This is a column published a few weeks ago in The world which has awakened the barely sleeping suffering of the milieu of justice. Orléans magistrates, civil servants and lawyers were thus mobilized in turn, this Wednesday, December 15, on the steps of the courthouseto show their support and claim resources.
“Simply, to be in the European average, listed by the Council of Europe, at Orleans, 86 judges would be needed, instead of 28; 56 prosecutors instead of 10; 296 registry staff, instead of 110″began Paul Riandey, vice-president of the judicial court, reading there a motion voted by the general assembly of the magistrates of the seat, the parquet floor and the personnel of registry.
“Justice is far from repaired and does not have the means to work. The increase in appropriations, particularly in 2021, has had only a vague analgesic effect when it would take a horse remedy to carry out our mission.”
Paul Riandey vice president of the court
They require a substantial increase in resources and the number of magistrates.
The clerks of Orleans, joined by the lawyers, express their revolt and their exhaustion on the steps of the courthouse
“No more time to analyze the files in depth”
Administrative staff were also present on Wednesday, represented in particular by Laurent Laverre, who notes a “slight deterioration in working conditions” since the start of his career as an administrative officer seven years ago. Above all, he deplores that, “despite the demands of the union authorities”, it was necessary to wait for a column published in The world so that “it marks the spirits”…
Céline Visiedo, on behalf of the magistrates of the prosecution, regrets that her colleagues no longer have the time “to analyze the files in depth”. She underlines their “exhaustion”.
Lawyers were also present on Wednesday. Master Sacaze, president of Orléans, regretted “the indigence of the whole judicial family” and that “the increase in credits mainly concerns the penitentiary”.
She also indicated that appeals had been brought against the State in Orleans, concerning the slowness of justice, so that it is rendered in good conditions. 182,000 euros for 32 files were received in damages
and interests. “And the state preferred to pay rather than provide the means,” said the lawyer.
In theory, no more than 15 minutes per case according to a family court judge
Finally, a family affairs judge added that in order to respect the theoretical deadlines, particularly in the processing of separations (excluding divorces) or custody of children, she had to spend only fifteen minutes on each file, that is “3 minutes 45 per parent and per lawyer!”
In short, it is a whole judicial world refusing the timing, and which therefore connects the “overtime” hours in order to make up for the deficiencies, which stood that day on the steps of the Orleans courthouse.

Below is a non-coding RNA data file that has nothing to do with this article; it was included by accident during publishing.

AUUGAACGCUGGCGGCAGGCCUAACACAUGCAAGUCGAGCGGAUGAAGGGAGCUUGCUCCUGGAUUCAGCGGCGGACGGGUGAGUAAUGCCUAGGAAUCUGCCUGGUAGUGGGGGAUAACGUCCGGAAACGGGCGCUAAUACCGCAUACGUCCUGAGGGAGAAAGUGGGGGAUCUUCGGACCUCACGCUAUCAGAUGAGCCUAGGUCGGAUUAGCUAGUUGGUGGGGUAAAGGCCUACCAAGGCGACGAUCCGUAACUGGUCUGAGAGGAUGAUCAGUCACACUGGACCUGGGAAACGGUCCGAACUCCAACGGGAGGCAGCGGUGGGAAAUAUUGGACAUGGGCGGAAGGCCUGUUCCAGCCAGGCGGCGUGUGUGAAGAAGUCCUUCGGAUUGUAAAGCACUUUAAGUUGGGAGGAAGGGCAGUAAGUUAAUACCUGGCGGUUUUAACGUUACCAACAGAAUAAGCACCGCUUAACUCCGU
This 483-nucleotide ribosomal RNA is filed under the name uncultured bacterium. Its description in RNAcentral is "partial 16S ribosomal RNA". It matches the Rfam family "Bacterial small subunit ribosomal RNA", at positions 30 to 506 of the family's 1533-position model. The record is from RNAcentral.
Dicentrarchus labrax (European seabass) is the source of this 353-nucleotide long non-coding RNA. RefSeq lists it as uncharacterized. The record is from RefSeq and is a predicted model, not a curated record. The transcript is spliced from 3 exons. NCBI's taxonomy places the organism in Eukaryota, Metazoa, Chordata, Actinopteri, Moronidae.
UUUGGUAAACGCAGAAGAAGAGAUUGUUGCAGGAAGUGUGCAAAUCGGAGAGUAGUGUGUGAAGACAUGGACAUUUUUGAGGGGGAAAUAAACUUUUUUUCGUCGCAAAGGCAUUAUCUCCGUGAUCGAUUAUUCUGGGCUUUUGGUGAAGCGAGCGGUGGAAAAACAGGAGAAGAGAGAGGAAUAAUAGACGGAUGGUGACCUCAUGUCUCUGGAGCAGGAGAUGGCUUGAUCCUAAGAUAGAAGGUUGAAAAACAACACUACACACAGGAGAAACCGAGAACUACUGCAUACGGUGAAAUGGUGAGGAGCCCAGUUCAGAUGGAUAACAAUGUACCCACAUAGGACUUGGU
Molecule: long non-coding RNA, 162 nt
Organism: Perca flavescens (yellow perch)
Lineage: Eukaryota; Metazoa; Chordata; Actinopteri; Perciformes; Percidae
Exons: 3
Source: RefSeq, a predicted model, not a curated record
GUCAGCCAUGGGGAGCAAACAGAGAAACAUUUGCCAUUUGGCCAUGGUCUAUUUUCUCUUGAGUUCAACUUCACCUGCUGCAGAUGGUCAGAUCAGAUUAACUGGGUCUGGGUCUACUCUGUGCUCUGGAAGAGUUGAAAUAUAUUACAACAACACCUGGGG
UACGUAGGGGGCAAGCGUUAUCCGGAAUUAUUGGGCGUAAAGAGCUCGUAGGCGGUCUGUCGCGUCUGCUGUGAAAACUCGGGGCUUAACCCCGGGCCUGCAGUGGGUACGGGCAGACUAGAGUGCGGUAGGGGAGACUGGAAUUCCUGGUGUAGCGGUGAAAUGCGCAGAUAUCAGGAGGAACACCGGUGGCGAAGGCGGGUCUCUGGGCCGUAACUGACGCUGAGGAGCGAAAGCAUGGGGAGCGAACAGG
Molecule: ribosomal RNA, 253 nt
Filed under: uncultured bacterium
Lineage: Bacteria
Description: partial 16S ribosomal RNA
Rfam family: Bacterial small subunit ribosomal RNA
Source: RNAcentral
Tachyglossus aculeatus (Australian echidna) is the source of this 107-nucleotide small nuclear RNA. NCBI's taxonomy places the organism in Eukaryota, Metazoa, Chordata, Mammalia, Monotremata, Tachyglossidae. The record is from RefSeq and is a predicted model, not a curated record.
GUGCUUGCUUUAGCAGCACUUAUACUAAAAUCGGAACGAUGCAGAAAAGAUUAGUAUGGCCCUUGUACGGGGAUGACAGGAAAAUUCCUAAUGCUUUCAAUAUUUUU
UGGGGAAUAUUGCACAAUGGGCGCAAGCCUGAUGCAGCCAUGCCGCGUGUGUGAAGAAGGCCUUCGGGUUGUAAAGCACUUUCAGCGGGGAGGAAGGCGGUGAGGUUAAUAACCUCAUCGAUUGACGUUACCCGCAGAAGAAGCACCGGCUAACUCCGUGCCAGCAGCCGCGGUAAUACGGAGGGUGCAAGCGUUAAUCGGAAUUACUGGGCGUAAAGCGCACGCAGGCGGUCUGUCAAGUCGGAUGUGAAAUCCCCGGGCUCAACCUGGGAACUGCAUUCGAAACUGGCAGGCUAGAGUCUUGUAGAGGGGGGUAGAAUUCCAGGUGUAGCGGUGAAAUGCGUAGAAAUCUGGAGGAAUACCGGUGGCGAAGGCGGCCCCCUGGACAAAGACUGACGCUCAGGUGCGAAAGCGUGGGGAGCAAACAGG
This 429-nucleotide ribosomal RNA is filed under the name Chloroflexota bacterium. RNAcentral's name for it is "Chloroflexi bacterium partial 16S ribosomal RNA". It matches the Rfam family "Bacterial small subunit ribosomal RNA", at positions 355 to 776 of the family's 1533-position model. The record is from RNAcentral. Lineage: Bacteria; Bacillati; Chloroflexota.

On the inside, before the start of the immediate appearance hearing scheduled for 2 p.m., in corrections, the president of the court Elsa David explained that she shared these fears (she is a regional delegate of the Union of magistrates), but that theDetention issues related to today’s hearing “were more important than the right to protest”thus explaining his presence at his post.
Also in Montargis
Strong and symbolic image, this Wednesday, December 15, before the criminal court. That of a union between magistrates, lawyers and clerks around a common cry: “The Montargis court is going badly!”
During this gathering, about thirty people in dress expressed, through a text, their suffering in the face of the chronic lack of means in the judicial institution in France and in particular of an understaffing at the court of Montargis.
“As criminal activity develops, as procedural reforms follow one another without any support and in a permanent lack of preparation which disrupts the services, between 2017 and 2021, the number of civil servants fell from 42 to 38“, specifies the protesters.
“Currently, our criminal chain is operating at half strength (…) Criminal hearings are overloaded and often end late, sometimes even at midnight”.
“Justice is no longer rendered under normal conditions”
Since this summer, after three years of vacancy, an investigating judge finally joined the court. Thus, many investigations have been able to progress in the Montargois and arrests for drug trafficking have multiplied since September. “But the human resources do not follow at the level of the registry“, add the officials of the court. “The result is that justice is no longer rendered under normal conditions”.
An observation supported by magistrates and lawyers. They too point the finger at an under-investment in the institution. Results : the malaise has won over all the legal actors, generating “suffering at work” and “overwork”.
“These difficulties, beyond the problems this causes for judicial personnel, also have repercussions for litigants with longer delays for the holding of trials, for example”.
The protesters demand the end of job cuts within the services, a decline in the activity of the court, when the workforce no longer follows and also high-performance equipment (software, computers, etc.), in order to “render quality justice to Montargis”.
Florent Buisson in Orleans,
Sylvain Riollet in Montargis